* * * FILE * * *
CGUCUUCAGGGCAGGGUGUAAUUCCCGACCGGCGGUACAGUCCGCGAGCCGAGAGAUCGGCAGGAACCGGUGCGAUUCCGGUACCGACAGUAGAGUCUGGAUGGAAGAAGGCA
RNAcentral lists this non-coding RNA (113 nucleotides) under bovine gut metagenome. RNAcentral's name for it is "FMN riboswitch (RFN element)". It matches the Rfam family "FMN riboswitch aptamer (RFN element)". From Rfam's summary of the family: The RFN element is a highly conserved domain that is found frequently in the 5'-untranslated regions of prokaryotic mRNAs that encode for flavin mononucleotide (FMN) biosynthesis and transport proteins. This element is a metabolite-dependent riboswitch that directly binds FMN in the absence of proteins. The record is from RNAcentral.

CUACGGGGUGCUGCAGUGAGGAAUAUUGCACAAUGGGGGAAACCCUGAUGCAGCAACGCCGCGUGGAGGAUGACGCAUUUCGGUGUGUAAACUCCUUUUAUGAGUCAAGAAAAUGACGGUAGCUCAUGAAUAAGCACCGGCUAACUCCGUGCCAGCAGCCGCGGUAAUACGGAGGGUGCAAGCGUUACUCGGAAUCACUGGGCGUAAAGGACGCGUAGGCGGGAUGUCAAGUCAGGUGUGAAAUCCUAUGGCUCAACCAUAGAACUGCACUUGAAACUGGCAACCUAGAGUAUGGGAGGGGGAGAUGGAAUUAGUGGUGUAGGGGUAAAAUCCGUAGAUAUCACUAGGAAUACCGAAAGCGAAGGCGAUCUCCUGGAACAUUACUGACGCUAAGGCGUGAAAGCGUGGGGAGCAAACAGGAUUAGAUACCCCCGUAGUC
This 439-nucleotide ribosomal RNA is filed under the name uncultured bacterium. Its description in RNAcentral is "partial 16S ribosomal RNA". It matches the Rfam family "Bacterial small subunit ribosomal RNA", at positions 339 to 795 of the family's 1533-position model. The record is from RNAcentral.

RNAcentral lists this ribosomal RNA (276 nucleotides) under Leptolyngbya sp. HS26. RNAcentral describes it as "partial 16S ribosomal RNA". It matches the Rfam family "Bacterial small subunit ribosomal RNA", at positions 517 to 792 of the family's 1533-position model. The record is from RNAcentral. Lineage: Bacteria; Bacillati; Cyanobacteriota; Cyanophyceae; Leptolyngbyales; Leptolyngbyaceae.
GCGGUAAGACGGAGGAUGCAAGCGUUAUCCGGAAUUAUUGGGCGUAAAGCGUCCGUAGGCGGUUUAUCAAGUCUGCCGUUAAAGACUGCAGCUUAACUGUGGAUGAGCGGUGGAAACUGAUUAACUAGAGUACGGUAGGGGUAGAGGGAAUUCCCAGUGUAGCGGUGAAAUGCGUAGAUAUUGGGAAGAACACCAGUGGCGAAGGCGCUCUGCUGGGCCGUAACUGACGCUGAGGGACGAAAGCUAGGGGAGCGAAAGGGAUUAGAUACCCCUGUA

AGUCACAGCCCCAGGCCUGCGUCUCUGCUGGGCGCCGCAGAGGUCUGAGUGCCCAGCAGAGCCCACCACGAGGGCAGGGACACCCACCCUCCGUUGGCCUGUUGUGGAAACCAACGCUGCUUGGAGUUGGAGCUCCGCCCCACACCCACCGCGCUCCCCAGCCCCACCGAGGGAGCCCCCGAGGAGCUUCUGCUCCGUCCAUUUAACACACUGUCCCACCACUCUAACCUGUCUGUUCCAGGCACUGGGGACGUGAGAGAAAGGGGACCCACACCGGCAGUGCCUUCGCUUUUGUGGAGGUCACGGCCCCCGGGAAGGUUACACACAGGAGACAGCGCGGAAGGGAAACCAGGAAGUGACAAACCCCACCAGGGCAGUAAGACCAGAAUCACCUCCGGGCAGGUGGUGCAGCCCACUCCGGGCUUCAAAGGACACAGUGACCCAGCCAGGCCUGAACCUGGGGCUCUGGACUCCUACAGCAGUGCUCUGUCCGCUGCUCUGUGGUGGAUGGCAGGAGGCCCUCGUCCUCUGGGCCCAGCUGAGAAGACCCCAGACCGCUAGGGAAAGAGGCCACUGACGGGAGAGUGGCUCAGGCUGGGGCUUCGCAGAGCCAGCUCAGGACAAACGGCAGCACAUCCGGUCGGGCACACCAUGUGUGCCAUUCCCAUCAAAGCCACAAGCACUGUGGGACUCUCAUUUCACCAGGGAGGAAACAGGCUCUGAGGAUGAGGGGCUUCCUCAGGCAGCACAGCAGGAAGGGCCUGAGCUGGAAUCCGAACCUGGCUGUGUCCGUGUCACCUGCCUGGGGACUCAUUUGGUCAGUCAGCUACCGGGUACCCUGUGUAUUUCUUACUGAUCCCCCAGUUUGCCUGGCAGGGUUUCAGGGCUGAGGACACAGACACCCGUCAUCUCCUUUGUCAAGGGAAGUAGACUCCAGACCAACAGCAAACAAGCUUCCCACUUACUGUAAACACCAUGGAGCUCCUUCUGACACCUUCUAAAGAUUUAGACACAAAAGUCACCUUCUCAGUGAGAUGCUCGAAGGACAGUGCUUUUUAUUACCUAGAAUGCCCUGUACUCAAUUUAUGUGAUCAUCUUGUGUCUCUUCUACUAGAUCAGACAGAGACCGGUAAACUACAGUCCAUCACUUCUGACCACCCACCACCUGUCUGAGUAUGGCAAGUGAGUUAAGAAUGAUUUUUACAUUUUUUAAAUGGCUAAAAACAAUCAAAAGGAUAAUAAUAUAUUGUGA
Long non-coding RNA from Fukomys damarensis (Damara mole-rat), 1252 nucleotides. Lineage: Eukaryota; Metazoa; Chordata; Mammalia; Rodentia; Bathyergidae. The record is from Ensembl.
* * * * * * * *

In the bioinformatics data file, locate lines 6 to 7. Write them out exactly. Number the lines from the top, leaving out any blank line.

GCGGUAAGACGGAGGAUGCAAGCGUUAUCCGGAAUUAUUGGGCGUAAAGCGUCCGUAGGCGGUUUAUCAAGUCUGCCGUUAAAGACUGCAGCUUAACUGUGGAUGAGCGGUGGAAACUGAUUAACUAGAGUACGGUAGGGGUAGAGGGAAUUCCCAGUGUAGCGGUGAAAUGCGUAGAUAUUGGGAAGAACACCAGUGGCGAAGGCGCUCUGCUGGGCCGUAACUGACGCUGAGGGACGAAAGCUAGGGGAGCGAAAGGGAUUAGAUACCCCUGUA

AGUCACAGCCCCAGGCCUGCGUCUCUGCUGGGCGCCGCAGAGGUCUGAGUGCCCAGCAGAGCCCACCACGAGGGCAGGGACACCCACCCUCCGUUGGCCUGUUGUGGAAACCAACGCUGCUUGGAGUUGGAGCUCCGCCCCACACCCACCGCGCUCCCCAGCCCCACCGAGGGAGCCCCCGAGGAGCUUCUGCUCCGUCCAUUUAACACACUGUCCCACCACUCUAACCUGUCUGUUCCAGGCACUGGGGACGUGAGAGAAAGGGGACCCACACCGGCAGUGCCUUCGCUUUUGUGGAGGUCACGGCCCCCGGGAAGGUUACACACAGGAGACAGCGCGGAAGGGAAACCAGGAAGUGACAAACCCCACCAGGGCAGUAAGACCAGAAUCACCUCCGGGCAGGUGGUGCAGCCCACUCCGGGCUUCAAAGGACACAGUGACCCAGCCAGGCCUGAACCUGGGGCUCUGGACUCCUACAGCAGUGCUCUGUCCGCUGCUCUGUGGUGGAUGGCAGGAGGCCCUCGUCCUCUGGGCCCAGCUGAGAAGACCCCAGACCGCUAGGGAAAGAGGCCACUGACGGGAGAGUGGCUCAGGCUGGGGCUUCGCAGAGCCAGCUCAGGACAAACGGCAGCACAUCCGGUCGGGCACACCAUGUGUGCCAUUCCCAUCAAAGCCACAAGCACUGUGGGACUCUCAUUUCACCAGGGAGGAAACAGGCUCUGAGGAUGAGGGGCUUCCUCAGGCAGCACAGCAGGAAGGGCCUGAGCUGGAAUCCGAACCUGGCUGUGUCCGUGUCACCUGCCUGGGGACUCAUUUGGUCAGUCAGCUACCGGGUACCCUGUGUAUUUCUUACUGAUCCCCCAGUUUGCCUGGCAGGGUUUCAGGGCUGAGGACACAGACACCCGUCAUCUCCUUUGUCAAGGGAAGUAGACUCCAGACCAACAGCAAACAAGCUUCCCACUUACUGUAAACACCAUGGAGCUCCUUCUGACACCUUCUAAAGAUUUAGACACAAAAGUCACCUUCUCAGUGAGAUGCUCGAAGGACAGUGCUUUUUAUUACCUAGAAUGCCCUGUACUCAAUUUAUGUGAUCAUCUUGUGUCUCUUCUACUAGAUCAGACAGAGACCGGUAAACUACAGUCCAUCACUUCUGACCACCCACCACCUGUCUGAGUAUGGCAAGUGAGUUAAGAAUGAUUUUUACAUUUUUUAAAUGGCUAAAAACAAUCAAAAGGAUAAUAAUAUAUUGUGA